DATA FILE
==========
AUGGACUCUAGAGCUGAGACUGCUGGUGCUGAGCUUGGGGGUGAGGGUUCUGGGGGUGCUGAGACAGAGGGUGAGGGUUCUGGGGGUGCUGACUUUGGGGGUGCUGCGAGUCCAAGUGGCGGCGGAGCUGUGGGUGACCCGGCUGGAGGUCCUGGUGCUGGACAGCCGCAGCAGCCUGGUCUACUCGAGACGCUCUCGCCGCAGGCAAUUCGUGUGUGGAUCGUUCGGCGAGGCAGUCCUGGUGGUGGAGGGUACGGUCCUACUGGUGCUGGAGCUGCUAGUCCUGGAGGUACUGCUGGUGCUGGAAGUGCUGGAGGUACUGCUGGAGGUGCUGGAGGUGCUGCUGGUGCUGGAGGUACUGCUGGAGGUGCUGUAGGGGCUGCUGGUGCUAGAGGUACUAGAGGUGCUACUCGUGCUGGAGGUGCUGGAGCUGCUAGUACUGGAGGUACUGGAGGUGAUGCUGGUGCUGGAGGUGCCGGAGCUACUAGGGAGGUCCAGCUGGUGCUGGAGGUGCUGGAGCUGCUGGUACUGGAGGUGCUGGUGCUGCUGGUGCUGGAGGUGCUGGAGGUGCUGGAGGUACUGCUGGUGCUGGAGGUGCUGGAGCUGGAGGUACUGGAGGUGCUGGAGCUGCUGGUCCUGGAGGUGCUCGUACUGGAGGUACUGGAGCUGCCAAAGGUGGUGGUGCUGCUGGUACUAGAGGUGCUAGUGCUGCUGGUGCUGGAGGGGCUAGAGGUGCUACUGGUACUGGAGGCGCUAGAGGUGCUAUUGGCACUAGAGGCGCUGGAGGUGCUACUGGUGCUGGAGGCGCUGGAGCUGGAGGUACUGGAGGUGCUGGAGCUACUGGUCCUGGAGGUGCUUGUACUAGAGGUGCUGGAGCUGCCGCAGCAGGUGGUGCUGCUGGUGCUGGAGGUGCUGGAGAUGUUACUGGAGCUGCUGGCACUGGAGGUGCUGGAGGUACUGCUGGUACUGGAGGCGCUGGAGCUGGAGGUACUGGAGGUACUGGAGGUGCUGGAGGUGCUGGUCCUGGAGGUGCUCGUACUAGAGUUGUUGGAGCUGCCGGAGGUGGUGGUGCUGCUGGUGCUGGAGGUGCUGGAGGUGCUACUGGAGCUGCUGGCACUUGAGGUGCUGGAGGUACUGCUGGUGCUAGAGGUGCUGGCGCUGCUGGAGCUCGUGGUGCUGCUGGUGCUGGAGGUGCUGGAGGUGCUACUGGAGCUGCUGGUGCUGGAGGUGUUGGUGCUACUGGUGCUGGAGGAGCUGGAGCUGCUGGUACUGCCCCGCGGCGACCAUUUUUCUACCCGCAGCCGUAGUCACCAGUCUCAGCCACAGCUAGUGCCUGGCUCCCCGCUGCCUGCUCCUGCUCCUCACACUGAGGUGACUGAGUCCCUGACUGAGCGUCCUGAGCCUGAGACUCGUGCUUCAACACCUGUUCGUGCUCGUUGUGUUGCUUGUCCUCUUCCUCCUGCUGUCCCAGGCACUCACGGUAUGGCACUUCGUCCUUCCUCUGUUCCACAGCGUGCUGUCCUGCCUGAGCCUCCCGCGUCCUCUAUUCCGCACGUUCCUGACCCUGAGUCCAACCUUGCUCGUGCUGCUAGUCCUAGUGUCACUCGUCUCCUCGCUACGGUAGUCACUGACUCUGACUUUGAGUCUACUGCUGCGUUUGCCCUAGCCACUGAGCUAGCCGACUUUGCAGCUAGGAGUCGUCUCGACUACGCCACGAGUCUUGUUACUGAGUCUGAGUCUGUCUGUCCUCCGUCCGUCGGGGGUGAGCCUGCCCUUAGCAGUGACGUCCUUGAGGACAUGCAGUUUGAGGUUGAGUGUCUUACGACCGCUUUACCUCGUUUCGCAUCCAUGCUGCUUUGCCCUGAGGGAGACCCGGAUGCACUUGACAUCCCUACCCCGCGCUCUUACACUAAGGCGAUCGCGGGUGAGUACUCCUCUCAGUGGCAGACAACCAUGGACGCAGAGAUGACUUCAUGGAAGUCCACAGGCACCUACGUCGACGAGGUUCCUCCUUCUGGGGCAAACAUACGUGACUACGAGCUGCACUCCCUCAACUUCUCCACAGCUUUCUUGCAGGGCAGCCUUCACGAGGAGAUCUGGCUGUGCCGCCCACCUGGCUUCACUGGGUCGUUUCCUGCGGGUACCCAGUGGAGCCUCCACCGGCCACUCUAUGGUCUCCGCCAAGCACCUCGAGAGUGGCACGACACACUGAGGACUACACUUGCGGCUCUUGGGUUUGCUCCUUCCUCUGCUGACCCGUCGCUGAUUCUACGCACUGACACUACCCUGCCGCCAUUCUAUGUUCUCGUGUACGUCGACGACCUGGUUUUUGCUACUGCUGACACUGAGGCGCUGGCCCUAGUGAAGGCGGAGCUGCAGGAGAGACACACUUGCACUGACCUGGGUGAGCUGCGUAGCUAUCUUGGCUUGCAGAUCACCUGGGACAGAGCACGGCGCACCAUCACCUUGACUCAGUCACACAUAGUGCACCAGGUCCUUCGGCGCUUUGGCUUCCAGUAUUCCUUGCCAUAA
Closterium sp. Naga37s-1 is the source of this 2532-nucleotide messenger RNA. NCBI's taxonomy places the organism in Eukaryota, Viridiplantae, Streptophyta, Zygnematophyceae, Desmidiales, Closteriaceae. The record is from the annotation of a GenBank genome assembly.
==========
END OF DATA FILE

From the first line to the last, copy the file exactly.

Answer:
AUGGACUCUAGAGCUGAGACUGCUGGUGCUGAGCUUGGGGGUGAGGGUUCUGGGGGUGCUGAGACAGAGGGUGAGGGUUCUGGGGGUGCUGACUUUGGGGGUGCUGCGAGUCCAAGUGGCGGCGGAGCUGUGGGUGACCCGGCUGGAGGUCCUGGUGCUGGACAGCCGCAGCAGCCUGGUCUACUCGAGACGCUCUCGCCGCAGGCAAUUCGUGUGUGGAUCGUUCGGCGAGGCAGUCCUGGUGGUGGAGGGUACGGUCCUACUGGUGCUGGAGCUGCUAGUCCUGGAGGUACUGCUGGUGCUGGAAGUGCUGGAGGUACUGCUGGAGGUGCUGGAGGUGCUGCUGGUGCUGGAGGUACUGCUGGAGGUGCUGUAGGGGCUGCUGGUGCUAGAGGUACUAGAGGUGCUACUCGUGCUGGAGGUGCUGGAGCUGCUAGUACUGGAGGUACUGGAGGUGAUGCUGGUGCUGGAGGUGCCGGAGCUACUAGGGAGGUCCAGCUGGUGCUGGAGGUGCUGGAGCUGCUGGUACUGGAGGUGCUGGUGCUGCUGGUGCUGGAGGUGCUGGAGGUGCUGGAGGUACUGCUGGUGCUGGAGGUGCUGGAGCUGGAGGUACUGGAGGUGCUGGAGCUGCUGGUCCUGGAGGUGCUCGUACUGGAGGUACUGGAGCUGCCAAAGGUGGUGGUGCUGCUGGUACUAGAGGUGCUAGUGCUGCUGGUGCUGGAGGGGCUAGAGGUGCUACUGGUACUGGAGGCGCUAGAGGUGCUAUUGGCACUAGAGGCGCUGGAGGUGCUACUGGUGCUGGAGGCGCUGGAGCUGGAGGUACUGGAGGUGCUGGAGCUACUGGUCCUGGAGGUGCUUGUACUAGAGGUGCUGGAGCUGCCGCAGCAGGUGGUGCUGCUGGUGCUGGAGGUGCUGGAGAUGUUACUGGAGCUGCUGGCACUGGAGGUGCUGGAGGUACUGCUGGUACUGGAGGCGCUGGAGCUGGAGGUACUGGAGGUACUGGAGGUGCUGGAGGUGCUGGUCCUGGAGGUGCUCGUACUAGAGUUGUUGGAGCUGCCGGAGGUGGUGGUGCUGCUGGUGCUGGAGGUGCUGGAGGUGCUACUGGAGCUGCUGGCACUUGAGGUGCUGGAGGUACUGCUGGUGCUAGAGGUGCUGGCGCUGCUGGAGCUCGUGGUGCUGCUGGUGCUGGAGGUGCUGGAGGUGCUACUGGAGCUGCUGGUGCUGGAGGUGUUGGUGCUACUGGUGCUGGAGGAGCUGGAGCUGCUGGUACUGCCCCGCGGCGACCAUUUUUCUACCCGCAGCCGUAGUCACCAGUCUCAGCCACAGCUAGUGCCUGGCUCCCCGCUGCCUGCUCCUGCUCCUCACACUGAGGUGACUGAGUCCCUGACUGAGCGUCCUGAGCCUGAGACUCGUGCUUCAACACCUGUUCGUGCUCGUUGUGUUGCUUGUCCUCUUCCUCCUGCUGUCCCAGGCACUCACGGUAUGGCACUUCGUCCUUCCUCUGUUCCACAGCGUGCUGUCCUGCCUGAGCCUCCCGCGUCCUCUAUUCCGCACGUUCCUGACCCUGAGUCCAACCUUGCUCGUGCUGCUAGUCCUAGUGUCACUCGUCUCCUCGCUACGGUAGUCACUGACUCUGACUUUGAGUCUACUGCUGCGUUUGCCCUAGCCACUGAGCUAGCCGACUUUGCAGCUAGGAGUCGUCUCGACUACGCCACGAGUCUUGUUACUGAGUCUGAGUCUGUCUGUCCUCCGUCCGUCGGGGGUGAGCCUGCCCUUAGCAGUGACGUCCUUGAGGACAUGCAGUUUGAGGUUGAGUGUCUUACGACCGCUUUACCUCGUUUCGCAUCCAUGCUGCUUUGCCCUGAGGGAGACCCGGAUGCACUUGACAUCCCUACCCCGCGCUCUUACACUAAGGCGAUCGCGGGUGAGUACUCCUCUCAGUGGCAGACAACCAUGGACGCAGAGAUGACUUCAUGGAAGUCCACAGGCACCUACGUCGACGAGGUUCCUCCUUCUGGGGCAAACAUACGUGACUACGAGCUGCACUCCCUCAACUUCUCCACAGCUUUCUUGCAGGGCAGCCUUCACGAGGAGAUCUGGCUGUGCCGCCCACCUGGCUUCACUGGGUCGUUUCCUGCGGGUACCCAGUGGAGCCUCCACCGGCCACUCUAUGGUCUCCGCCAAGCACCUCGAGAGUGGCACGACACACUGAGGACUACACUUGCGGCUCUUGGGUUUGCUCCUUCCUCUGCUGACCCGUCGCUGAUUCUACGCACUGACACUACCCUGCCGCCAUUCUAUGUUCUCGUGUACGUCGACGACCUGGUUUUUGCUACUGCUGACACUGAGGCGCUGGCCCUAGUGAAGGCGGAGCUGCAGGAGAGACACACUUGCACUGACCUGGGUGAGCUGCGUAGCUAUCUUGGCUUGCAGAUCACCUGGGACAGAGCACGGCGCACCAUCACCUUGACUCAGUCACACAUAGUGCACCAGGUCCUUCGGCGCUUUGGCUUCCAGUAUUCCUUGCCAUAA
Closterium sp. Naga37s-1 is the source of this 2532-nucleotide messenger RNA. NCBI's taxonomy places the organism in Eukaryota, Viridiplantae, Streptophyta, Zygnematophyceae, Desmidiales, Closteriaceae. The record is from the annotation of a GenBank genome assembly.